Etymology of New Year’s Words

by | Nov 18, 2015 | GrammarSpot | 0 comments

Let’s take a look and see where some of the New Year’s words originated from.


Baby New Year symbolizes the birth of a new year and indicates that we can all be reborn and focus on bettering ourselves. However, baby is a late Middle English term that is the diminutive form of baban. The word is believed to imitate the way infants babble.


Any wine that was made in Champagne, a historic northeastern province of France, is referred to as champagne. The word got its start in the 1660s, and it was adopted all over the world (as was the sparkling wine). The drinking of champagne during celebrations began in Europe’s royal courts and was regarded as a status symbol.


You would think that the word countdown has been around for a long time, but according to the Online Etymology Dictionary, it got its start in 1953 and was used when launching rockets. It is a compound word from count (the Old French computare meaning “calculate”) and down (the Old English dune meaning “off the hill” and “downward”).


The word fireworks was first noted around the late 1500s and meant “pyrotechnic contrivances.” It is also a compound word from fire (the Old English fyr) and work (The Old English weorc meaning “skilled trade or craft”).


January originates from the Latin term Januarius mensis meaning “the month of Janus.” It is traditionally believed that the ancient Roman god Janus is the ruler of beginnings and transitions.


Kiss is of Germanic origin (cyssan) and likely comes from the sound a kiss makes.


Midnight is a pretty straightforward term that comes from the Old English midniht. It refers to the middle of the night, and the moment of time that is halfway between when the sun rises and sets.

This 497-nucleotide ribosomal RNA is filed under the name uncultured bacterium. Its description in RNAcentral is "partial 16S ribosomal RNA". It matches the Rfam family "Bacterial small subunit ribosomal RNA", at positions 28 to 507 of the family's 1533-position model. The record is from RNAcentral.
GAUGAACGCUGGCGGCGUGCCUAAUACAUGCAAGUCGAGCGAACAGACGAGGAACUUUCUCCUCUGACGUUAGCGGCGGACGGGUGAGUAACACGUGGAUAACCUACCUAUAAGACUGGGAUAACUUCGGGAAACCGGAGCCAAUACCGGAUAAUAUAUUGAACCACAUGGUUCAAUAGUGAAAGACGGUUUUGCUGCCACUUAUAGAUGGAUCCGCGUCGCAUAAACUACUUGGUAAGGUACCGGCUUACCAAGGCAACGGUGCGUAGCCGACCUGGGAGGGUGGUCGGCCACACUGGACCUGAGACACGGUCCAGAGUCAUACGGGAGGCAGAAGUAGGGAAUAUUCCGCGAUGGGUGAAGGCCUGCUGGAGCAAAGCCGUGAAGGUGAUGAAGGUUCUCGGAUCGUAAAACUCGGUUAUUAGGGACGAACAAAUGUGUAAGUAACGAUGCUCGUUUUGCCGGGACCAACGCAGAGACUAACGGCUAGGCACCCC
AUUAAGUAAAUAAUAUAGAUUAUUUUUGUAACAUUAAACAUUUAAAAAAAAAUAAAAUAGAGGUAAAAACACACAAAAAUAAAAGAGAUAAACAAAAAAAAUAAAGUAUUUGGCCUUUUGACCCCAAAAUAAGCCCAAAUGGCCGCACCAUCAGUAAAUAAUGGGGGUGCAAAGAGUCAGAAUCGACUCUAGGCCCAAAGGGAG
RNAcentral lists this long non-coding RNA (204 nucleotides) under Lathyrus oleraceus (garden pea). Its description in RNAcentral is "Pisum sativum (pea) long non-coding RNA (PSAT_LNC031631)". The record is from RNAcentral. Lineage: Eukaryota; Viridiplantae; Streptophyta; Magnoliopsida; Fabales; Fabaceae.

New Year

The term new year was first recorded in the 1300s, but the public gathering to celebrate this holiday didn’t start until 1878 in London. New is of Germanic origin (from neowe) and means “fresh,” and Year is also a Germanic word (from gēar) and means “season.”


Over time the Latin word partiri morphed into the Middle English party, but the word was used to denote a separation of individuals, or people parted into groups. It wasn’t until 1922 that the term meant to have a good time.


Resolution was first used as an intention to better oneself at the New Year around 1780. However, the word was believed to have been first recorded around the late 14th century. It came from the Latin word resolvere meaning “loosen” or “release.” Let’s all resolve to release ourselves from bad habits this year!

Through etymology, we can unravel the complexities of language to gain a deeper understanding of why we use the words we do. This can be a useful tool for writers that helps them instinctively comprehend a word and broadens their vocabulary as a result. Do you find etymology important or archaic? Please comment below!

Happy New Year!